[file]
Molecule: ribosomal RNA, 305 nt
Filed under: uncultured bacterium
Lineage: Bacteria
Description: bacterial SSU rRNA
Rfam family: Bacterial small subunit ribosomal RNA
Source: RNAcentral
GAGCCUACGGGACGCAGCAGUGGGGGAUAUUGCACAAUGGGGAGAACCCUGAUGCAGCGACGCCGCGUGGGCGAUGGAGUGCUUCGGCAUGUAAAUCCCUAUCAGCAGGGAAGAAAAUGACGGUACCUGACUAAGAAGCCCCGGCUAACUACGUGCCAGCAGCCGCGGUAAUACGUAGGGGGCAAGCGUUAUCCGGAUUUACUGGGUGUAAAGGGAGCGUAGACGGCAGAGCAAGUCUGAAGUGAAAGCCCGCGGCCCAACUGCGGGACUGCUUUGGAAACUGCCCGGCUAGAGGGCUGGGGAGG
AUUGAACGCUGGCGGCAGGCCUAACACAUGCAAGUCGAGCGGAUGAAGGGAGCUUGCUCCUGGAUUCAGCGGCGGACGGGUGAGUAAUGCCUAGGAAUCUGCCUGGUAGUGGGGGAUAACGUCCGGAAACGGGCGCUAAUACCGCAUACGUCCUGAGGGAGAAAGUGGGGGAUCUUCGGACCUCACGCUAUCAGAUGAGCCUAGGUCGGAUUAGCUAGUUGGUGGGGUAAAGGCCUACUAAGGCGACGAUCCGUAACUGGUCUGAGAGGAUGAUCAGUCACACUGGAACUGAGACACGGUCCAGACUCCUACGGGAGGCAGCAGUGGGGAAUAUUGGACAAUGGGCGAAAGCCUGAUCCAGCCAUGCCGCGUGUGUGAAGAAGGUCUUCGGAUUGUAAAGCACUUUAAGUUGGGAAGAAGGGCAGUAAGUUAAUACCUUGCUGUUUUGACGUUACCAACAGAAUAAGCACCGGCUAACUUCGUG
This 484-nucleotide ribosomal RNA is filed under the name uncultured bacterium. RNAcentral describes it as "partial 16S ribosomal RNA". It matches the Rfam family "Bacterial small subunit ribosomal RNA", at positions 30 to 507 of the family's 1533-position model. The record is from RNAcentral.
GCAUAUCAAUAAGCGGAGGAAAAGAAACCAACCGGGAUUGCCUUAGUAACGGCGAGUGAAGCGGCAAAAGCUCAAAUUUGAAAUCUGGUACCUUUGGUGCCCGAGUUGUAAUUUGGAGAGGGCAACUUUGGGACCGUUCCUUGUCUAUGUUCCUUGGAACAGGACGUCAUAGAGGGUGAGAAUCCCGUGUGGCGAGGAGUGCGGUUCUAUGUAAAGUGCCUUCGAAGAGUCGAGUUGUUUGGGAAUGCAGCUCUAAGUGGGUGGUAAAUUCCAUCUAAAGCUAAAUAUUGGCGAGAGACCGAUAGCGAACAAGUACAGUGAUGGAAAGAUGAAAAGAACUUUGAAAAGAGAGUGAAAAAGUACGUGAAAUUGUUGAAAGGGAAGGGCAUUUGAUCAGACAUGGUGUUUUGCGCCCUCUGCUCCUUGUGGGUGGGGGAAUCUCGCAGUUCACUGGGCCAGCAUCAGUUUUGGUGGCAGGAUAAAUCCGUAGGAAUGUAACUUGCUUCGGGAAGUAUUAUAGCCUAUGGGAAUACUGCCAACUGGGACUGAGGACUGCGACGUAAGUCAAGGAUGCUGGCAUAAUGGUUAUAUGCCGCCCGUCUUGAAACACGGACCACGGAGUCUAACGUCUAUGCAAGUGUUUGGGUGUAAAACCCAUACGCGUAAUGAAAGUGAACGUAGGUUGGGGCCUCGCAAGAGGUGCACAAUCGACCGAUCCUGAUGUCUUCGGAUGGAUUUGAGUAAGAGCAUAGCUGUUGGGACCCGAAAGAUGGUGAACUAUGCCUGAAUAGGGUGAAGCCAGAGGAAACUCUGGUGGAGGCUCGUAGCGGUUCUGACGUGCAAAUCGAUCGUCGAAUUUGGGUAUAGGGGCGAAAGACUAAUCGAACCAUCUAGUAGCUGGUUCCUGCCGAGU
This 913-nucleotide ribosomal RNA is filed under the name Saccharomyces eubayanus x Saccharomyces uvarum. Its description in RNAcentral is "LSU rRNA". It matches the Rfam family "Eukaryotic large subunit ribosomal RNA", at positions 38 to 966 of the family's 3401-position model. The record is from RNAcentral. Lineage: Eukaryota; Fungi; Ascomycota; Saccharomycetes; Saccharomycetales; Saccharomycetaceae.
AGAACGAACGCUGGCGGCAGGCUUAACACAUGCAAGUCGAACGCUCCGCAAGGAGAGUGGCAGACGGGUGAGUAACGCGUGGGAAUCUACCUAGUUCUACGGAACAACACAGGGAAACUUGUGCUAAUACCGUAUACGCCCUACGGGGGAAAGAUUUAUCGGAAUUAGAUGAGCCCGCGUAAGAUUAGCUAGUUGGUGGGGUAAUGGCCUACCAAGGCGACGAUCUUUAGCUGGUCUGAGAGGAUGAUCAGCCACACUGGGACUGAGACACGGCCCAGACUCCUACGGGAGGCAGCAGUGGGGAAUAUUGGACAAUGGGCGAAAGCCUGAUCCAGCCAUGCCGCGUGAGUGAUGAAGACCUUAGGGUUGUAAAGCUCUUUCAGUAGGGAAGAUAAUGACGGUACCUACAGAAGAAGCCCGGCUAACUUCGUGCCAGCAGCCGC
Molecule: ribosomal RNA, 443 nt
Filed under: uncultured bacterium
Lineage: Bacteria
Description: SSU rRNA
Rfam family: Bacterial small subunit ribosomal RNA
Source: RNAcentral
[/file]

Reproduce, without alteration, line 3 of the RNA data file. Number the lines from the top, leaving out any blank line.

Lineage: Bacteria